Kudos to Schwarzenegger for Signing All Flood Bills and to Five Persistent Legislators
Governor Schwarzenegger signing bills as Senator Machado and Assemblymembers Jones, Wolk, and Laird look on
Yesterday history was made to protect Californians lives, their homes and dreams, and the state treasury from the ravages of floods when Governor Schwarzenegger signed all five flood bills passed by the legislature at the end of this year’s session.
It took persistence from five dogged legislators, who in last year’s session saw earlier iterations of these bills either fail to pass or vetoed. They worked hard on the details and amended their bills while retaining the integrity of them, always recalling what happened to Louisiana with in Katrina and what has happened in California going back to our earliest days as a state.
Last year, we saw voter approval for levee repairs and other investment in infrastructure placed on the ballot by the legislature. But this package of legislation arguably much more important-and at the very least will make the levee and other flood control work more effective. The pressures from those who wanted to continue California’s practice of building in flood plain areas and making decisions as usual was intense and had to be overcome. This affects billions of dollars of financial interests, not to mention life, limb, and cherished personal possessions of those in danger.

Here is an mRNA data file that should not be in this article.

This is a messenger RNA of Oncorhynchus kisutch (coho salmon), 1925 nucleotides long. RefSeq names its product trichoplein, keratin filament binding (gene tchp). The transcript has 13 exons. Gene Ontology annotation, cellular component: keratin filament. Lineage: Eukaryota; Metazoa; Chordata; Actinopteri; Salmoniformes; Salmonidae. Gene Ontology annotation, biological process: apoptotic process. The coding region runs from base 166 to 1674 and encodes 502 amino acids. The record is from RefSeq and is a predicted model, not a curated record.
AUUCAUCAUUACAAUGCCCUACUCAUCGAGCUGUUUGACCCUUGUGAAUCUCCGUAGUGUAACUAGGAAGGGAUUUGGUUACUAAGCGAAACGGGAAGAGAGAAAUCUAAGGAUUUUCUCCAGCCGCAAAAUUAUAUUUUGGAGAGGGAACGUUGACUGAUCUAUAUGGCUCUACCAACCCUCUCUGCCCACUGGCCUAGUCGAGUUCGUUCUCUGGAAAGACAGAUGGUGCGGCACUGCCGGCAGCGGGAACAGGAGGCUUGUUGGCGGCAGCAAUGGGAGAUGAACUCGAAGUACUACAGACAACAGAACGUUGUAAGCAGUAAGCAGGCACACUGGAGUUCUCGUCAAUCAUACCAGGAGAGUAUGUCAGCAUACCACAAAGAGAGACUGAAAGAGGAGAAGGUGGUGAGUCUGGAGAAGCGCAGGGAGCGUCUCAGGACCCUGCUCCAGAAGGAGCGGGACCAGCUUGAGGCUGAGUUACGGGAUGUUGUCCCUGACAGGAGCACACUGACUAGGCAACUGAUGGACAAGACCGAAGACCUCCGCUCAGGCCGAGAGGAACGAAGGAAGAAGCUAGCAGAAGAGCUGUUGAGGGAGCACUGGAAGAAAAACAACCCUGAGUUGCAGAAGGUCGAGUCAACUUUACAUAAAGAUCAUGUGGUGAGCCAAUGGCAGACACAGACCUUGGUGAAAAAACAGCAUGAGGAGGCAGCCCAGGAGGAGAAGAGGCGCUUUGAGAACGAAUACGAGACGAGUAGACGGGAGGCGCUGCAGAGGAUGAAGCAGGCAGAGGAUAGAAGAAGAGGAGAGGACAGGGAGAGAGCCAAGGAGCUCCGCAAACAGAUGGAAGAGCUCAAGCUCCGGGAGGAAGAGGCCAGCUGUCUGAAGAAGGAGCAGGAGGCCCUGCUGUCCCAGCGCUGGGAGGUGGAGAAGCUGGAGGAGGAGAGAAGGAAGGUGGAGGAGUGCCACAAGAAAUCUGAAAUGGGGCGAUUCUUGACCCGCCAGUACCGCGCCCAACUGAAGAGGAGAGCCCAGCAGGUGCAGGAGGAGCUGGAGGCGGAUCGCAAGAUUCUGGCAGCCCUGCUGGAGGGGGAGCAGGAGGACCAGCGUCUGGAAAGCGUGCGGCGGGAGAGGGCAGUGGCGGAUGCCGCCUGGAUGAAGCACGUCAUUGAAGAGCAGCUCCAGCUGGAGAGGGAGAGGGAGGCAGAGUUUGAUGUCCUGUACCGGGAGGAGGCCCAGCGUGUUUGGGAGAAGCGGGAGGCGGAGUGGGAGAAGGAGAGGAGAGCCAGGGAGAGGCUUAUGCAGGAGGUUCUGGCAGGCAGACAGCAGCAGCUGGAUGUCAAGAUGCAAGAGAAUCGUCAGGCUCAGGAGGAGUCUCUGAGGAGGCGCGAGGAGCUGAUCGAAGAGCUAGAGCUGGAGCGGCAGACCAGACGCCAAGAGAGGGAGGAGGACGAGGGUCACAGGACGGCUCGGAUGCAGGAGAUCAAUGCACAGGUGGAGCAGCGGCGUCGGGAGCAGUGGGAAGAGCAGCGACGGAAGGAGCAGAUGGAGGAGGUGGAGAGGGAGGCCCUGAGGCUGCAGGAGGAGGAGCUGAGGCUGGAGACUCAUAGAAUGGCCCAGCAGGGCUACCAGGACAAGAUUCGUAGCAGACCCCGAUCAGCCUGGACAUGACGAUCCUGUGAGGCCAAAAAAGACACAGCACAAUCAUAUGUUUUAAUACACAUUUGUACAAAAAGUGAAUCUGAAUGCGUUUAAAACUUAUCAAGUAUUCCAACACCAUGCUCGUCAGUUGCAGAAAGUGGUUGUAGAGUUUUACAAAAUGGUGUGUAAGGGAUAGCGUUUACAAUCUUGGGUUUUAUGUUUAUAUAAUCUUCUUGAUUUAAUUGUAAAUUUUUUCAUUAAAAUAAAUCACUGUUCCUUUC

“This is truly an important day for the future of our region,” said Assemblymember Wolk. “The Governor’s signature on these bills sets California on a new course toward protecting its citizens from flood disasters, especially those in the Sacramento-San Joaquin Delta region. This package is the 21st Century solution to the 21st Century challenges facing this state. It is balanced, and puts responsible planning principles at the forefront, while still allowing for new housing when adequate flood protection is in place.”